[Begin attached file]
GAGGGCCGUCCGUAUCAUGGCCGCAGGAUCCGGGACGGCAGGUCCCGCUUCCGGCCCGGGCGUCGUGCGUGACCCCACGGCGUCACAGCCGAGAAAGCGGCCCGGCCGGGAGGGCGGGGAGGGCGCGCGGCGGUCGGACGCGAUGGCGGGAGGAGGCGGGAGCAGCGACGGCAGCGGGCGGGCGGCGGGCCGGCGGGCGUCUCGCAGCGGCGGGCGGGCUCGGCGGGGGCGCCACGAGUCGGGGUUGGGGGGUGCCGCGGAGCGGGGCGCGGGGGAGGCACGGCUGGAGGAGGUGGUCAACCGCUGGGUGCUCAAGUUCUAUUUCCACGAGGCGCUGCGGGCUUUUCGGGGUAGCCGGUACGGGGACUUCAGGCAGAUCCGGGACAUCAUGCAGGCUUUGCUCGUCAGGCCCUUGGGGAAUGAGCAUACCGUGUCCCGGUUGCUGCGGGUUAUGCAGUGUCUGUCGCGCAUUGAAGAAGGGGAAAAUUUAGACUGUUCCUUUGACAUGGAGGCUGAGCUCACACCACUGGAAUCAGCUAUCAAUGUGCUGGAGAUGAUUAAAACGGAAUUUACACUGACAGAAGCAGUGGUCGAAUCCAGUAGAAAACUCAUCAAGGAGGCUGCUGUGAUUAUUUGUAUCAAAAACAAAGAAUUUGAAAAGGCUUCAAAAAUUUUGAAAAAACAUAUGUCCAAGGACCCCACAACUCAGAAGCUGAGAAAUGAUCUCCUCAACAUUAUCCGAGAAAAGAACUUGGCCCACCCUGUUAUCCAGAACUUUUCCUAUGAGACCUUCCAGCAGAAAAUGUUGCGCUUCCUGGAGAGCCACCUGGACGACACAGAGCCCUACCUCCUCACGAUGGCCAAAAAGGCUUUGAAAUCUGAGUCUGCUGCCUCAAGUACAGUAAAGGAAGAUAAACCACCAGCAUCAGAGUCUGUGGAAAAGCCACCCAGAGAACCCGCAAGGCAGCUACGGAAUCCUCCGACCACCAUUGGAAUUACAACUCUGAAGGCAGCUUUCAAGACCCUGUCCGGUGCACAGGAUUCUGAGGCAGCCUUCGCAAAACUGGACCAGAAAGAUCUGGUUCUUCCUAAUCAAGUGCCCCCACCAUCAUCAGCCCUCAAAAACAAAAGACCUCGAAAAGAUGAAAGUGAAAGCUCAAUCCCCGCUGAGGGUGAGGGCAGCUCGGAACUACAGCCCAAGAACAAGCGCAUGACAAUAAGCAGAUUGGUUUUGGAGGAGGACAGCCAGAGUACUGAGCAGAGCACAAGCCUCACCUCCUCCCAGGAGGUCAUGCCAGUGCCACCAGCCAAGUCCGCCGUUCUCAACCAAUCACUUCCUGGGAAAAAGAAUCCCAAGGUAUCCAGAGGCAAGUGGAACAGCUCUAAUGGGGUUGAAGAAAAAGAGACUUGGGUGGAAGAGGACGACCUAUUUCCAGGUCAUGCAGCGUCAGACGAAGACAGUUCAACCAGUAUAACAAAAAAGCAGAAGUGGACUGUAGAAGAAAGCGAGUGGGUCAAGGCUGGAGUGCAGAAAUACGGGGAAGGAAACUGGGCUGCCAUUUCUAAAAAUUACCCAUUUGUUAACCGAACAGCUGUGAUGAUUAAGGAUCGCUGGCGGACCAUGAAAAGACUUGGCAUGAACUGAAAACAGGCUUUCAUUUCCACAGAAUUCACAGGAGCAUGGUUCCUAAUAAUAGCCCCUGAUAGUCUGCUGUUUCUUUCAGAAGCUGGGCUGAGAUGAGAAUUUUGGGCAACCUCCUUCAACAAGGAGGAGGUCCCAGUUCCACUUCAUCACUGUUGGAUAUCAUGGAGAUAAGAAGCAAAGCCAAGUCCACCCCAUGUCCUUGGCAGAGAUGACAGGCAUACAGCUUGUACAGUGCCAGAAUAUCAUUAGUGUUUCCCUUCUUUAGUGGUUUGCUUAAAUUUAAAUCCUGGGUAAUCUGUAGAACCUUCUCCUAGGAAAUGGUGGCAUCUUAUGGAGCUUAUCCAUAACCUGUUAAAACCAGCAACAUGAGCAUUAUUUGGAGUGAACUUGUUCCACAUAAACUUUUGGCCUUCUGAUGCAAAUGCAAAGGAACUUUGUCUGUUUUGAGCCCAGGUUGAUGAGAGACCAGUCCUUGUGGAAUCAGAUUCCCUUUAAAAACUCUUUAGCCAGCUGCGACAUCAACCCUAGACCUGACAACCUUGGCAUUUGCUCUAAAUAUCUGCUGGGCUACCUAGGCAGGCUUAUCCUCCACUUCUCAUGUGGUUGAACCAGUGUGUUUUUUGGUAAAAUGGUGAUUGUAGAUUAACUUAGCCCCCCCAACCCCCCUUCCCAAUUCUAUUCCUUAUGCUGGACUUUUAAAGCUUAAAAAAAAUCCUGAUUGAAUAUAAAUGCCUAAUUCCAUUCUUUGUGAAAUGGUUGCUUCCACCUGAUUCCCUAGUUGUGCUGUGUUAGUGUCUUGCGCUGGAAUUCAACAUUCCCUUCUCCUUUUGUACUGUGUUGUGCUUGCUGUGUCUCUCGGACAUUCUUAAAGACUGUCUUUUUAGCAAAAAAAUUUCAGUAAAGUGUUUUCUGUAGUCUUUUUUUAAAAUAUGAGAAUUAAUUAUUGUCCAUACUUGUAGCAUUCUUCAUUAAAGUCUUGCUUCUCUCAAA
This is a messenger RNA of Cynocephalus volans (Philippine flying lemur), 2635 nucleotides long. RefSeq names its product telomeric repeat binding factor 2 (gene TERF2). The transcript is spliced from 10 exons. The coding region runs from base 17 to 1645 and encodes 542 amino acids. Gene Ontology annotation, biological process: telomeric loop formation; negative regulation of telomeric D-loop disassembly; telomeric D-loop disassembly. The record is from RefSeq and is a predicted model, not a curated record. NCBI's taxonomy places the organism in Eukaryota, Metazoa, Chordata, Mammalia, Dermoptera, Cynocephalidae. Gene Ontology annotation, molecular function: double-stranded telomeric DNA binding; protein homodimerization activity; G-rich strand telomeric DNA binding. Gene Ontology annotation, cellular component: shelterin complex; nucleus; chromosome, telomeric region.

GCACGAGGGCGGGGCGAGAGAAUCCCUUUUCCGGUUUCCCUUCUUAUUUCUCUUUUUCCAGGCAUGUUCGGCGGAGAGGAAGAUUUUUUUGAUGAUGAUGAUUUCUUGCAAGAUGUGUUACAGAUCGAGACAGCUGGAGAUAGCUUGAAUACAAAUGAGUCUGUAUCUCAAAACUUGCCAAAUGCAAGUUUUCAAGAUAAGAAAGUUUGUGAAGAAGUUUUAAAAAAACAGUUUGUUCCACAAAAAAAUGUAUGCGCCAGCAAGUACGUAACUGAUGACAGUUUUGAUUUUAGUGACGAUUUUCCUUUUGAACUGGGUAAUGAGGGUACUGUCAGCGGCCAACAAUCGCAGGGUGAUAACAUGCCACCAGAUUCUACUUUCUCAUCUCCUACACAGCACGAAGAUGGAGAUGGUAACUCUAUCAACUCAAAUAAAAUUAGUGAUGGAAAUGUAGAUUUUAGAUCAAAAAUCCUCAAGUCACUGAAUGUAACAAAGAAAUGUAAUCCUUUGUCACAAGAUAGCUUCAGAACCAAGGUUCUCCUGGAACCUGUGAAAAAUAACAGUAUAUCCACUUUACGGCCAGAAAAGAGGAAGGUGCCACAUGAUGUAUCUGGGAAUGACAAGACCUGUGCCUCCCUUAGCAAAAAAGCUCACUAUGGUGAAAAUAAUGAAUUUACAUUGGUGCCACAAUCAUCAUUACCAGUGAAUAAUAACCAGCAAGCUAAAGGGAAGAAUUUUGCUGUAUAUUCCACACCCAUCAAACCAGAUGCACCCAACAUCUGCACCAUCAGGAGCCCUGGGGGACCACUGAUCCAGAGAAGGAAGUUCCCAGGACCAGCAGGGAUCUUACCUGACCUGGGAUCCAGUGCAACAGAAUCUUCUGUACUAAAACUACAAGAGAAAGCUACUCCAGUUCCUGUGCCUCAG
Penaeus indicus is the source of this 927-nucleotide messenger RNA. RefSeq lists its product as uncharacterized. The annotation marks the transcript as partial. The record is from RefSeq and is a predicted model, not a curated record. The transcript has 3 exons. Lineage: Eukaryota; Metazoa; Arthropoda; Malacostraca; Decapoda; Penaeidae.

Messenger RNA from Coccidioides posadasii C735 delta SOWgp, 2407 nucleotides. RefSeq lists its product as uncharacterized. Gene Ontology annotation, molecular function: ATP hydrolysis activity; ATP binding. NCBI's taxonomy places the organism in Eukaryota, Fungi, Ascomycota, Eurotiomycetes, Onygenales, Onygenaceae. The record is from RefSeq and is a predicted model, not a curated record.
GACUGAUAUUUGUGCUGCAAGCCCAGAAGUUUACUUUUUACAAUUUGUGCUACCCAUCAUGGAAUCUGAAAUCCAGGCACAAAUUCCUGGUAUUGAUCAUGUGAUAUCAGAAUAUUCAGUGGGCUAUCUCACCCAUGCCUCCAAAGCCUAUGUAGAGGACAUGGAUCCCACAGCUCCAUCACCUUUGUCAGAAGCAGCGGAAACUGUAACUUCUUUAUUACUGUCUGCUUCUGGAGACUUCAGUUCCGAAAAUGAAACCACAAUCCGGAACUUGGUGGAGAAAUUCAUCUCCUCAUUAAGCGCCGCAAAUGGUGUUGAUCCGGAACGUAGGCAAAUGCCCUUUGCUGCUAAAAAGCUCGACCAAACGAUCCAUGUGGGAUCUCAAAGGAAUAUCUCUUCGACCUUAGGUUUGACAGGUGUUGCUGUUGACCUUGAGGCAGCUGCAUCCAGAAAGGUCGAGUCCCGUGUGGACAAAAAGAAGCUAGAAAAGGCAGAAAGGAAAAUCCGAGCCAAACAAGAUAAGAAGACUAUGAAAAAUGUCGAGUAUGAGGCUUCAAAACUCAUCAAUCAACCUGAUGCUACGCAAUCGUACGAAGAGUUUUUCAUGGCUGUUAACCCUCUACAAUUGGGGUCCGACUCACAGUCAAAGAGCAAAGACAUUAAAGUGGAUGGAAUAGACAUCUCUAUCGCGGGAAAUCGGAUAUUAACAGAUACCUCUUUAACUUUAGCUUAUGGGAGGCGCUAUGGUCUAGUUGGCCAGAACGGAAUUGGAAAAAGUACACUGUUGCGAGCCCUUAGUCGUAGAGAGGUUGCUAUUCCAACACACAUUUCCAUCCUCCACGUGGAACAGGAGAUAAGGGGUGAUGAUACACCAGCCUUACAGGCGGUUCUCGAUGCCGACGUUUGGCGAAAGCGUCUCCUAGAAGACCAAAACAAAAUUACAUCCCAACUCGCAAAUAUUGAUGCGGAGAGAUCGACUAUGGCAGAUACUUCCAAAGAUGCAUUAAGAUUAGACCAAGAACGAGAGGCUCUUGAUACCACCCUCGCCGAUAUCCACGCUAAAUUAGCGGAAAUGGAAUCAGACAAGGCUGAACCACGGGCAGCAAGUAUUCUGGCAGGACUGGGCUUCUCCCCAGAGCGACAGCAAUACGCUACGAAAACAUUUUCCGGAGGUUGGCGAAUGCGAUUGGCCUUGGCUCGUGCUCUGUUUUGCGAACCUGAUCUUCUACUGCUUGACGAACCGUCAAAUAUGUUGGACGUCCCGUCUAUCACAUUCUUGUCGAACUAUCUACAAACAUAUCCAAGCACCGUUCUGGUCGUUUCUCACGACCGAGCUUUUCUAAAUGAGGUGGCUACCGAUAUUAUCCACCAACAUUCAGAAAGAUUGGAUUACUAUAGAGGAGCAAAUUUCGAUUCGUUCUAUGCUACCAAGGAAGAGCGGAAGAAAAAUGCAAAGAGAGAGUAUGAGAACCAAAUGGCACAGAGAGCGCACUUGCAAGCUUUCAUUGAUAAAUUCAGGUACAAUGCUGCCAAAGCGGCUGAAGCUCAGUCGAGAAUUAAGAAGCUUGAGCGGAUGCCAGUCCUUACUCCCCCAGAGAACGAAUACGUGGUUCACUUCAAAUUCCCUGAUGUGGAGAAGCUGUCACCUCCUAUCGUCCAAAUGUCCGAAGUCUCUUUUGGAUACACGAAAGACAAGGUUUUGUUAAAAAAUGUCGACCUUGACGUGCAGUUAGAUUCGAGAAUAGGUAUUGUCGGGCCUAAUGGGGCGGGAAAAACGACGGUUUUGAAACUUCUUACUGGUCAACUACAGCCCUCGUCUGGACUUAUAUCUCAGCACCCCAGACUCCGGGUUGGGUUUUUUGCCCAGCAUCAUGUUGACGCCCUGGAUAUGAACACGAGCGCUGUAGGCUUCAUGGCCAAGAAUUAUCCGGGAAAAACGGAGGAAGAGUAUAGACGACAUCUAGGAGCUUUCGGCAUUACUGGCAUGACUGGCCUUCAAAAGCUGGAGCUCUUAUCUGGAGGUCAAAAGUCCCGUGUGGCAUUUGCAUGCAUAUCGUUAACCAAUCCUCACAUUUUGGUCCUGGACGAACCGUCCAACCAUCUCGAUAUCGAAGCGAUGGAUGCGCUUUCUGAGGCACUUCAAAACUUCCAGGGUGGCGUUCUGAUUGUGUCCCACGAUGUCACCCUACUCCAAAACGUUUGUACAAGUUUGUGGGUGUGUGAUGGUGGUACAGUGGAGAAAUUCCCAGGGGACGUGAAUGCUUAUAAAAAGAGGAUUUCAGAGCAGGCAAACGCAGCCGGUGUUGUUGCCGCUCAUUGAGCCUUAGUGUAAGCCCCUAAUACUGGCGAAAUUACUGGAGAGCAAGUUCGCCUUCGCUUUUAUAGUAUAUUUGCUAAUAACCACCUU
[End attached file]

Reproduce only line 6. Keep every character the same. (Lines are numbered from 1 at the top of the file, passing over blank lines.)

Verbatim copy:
GACUGAUAUUUGUGCUGCAAGCCCAGAAGUUUACUUUUUACAAUUUGUGCUACCCAUCAUGGAAUCUGAAAUCCAGGCACAAAUUCCUGGUAUUGAUCAUGUGAUAUCAGAAUAUUCAGUGGGCUAUCUCACCCAUGCCUCCAAAGCCUAUGUAGAGGACAUGGAUCCCACAGCUCCAUCACCUUUGUCAGAAGCAGCGGAAACUGUAACUUCUUUAUUACUGUCUGCUUCUGGAGACUUCAGUUCCGAAAAUGAAACCACAAUCCGGAACUUGGUGGAGAAAUUCAUCUCCUCAUUAAGCGCCGCAAAUGGUGUUGAUCCGGAACGUAGGCAAAUGCCCUUUGCUGCUAAAAAGCUCGACCAAACGAUCCAUGUGGGAUCUCAAAGGAAUAUCUCUUCGACCUUAGGUUUGACAGGUGUUGCUGUUGACCUUGAGGCAGCUGCAUCCAGAAAGGUCGAGUCCCGUGUGGACAAAAAGAAGCUAGAAAAGGCAGAAAGGAAAAUCCGAGCCAAACAAGAUAAGAAGACUAUGAAAAAUGUCGAGUAUGAGGCUUCAAAACUCAUCAAUCAACCUGAUGCUACGCAAUCGUACGAAGAGUUUUUCAUGGCUGUUAACCCUCUACAAUUGGGGUCCGACUCACAGUCAAAGAGCAAAGACAUUAAAGUGGAUGGAAUAGACAUCUCUAUCGCGGGAAAUCGGAUAUUAACAGAUACCUCUUUAACUUUAGCUUAUGGGAGGCGCUAUGGUCUAGUUGGCCAGAACGGAAUUGGAAAAAGUACACUGUUGCGAGCCCUUAGUCGUAGAGAGGUUGCUAUUCCAACACACAUUUCCAUCCUCCACGUGGAACAGGAGAUAAGGGGUGAUGAUACACCAGCCUUACAGGCGGUUCUCGAUGCCGACGUUUGGCGAAAGCGUCUCCUAGAAGACCAAAACAAAAUUACAUCCCAACUCGCAAAUAUUGAUGCGGAGAGAUCGACUAUGGCAGAUACUUCCAAAGAUGCAUUAAGAUUAGACCAAGAACGAGAGGCUCUUGAUACCACCCUCGCCGAUAUCCACGCUAAAUUAGCGGAAAUGGAAUCAGACAAGGCUGAACCACGGGCAGCAAGUAUUCUGGCAGGACUGGGCUUCUCCCCAGAGCGACAGCAAUACGCUACGAAAACAUUUUCCGGAGGUUGGCGAAUGCGAUUGGCCUUGGCUCGUGCUCUGUUUUGCGAACCUGAUCUUCUACUGCUUGACGAACCGUCAAAUAUGUUGGACGUCCCGUCUAUCACAUUCUUGUCGAACUAUCUACAAACAUAUCCAAGCACCGUUCUGGUCGUUUCUCACGACCGAGCUUUUCUAAAUGAGGUGGCUACCGAUAUUAUCCACCAACAUUCAGAAAGAUUGGAUUACUAUAGAGGAGCAAAUUUCGAUUCGUUCUAUGCUACCAAGGAAGAGCGGAAGAAAAAUGCAAAGAGAGAGUAUGAGAACCAAAUGGCACAGAGAGCGCACUUGCAAGCUUUCAUUGAUAAAUUCAGGUACAAUGCUGCCAAAGCGGCUGAAGCUCAGUCGAGAAUUAAGAAGCUUGAGCGGAUGCCAGUCCUUACUCCCCCAGAGAACGAAUACGUGGUUCACUUCAAAUUCCCUGAUGUGGAGAAGCUGUCACCUCCUAUCGUCCAAAUGUCCGAAGUCUCUUUUGGAUACACGAAAGACAAGGUUUUGUUAAAAAAUGUCGACCUUGACGUGCAGUUAGAUUCGAGAAUAGGUAUUGUCGGGCCUAAUGGGGCGGGAAAAACGACGGUUUUGAAACUUCUUACUGGUCAACUACAGCCCUCGUCUGGACUUAUAUCUCAGCACCCCAGACUCCGGGUUGGGUUUUUUGCCCAGCAUCAUGUUGACGCCCUGGAUAUGAACACGAGCGCUGUAGGCUUCAUGGCCAAGAAUUAUCCGGGAAAAACGGAGGAAGAGUAUAGACGACAUCUAGGAGCUUUCGGCAUUACUGGCAUGACUGGCCUUCAAAAGCUGGAGCUCUUAUCUGGAGGUCAAAAGUCCCGUGUGGCAUUUGCAUGCAUAUCGUUAACCAAUCCUCACAUUUUGGUCCUGGACGAACCGUCCAACCAUCUCGAUAUCGAAGCGAUGGAUGCGCUUUCUGAGGCACUUCAAAACUUCCAGGGUGGCGUUCUGAUUGUGUCCCACGAUGUCACCCUACUCCAAAACGUUUGUACAAGUUUGUGGGUGUGUGAUGGUGGUACAGUGGAGAAAUUCCCAGGGGACGUGAAUGCUUAUAAAAAGAGGAUUUCAGAGCAGGCAAACGCAGCCGGUGUUGUUGCCGCUCAUUGAGCCUUAGUGUAAGCCCCUAAUACUGGCGAAAUUACUGGAGAGCAAGUUCGCCUUCGCUUUUAUAGUAUAUUUGCUAAUAACCACCUU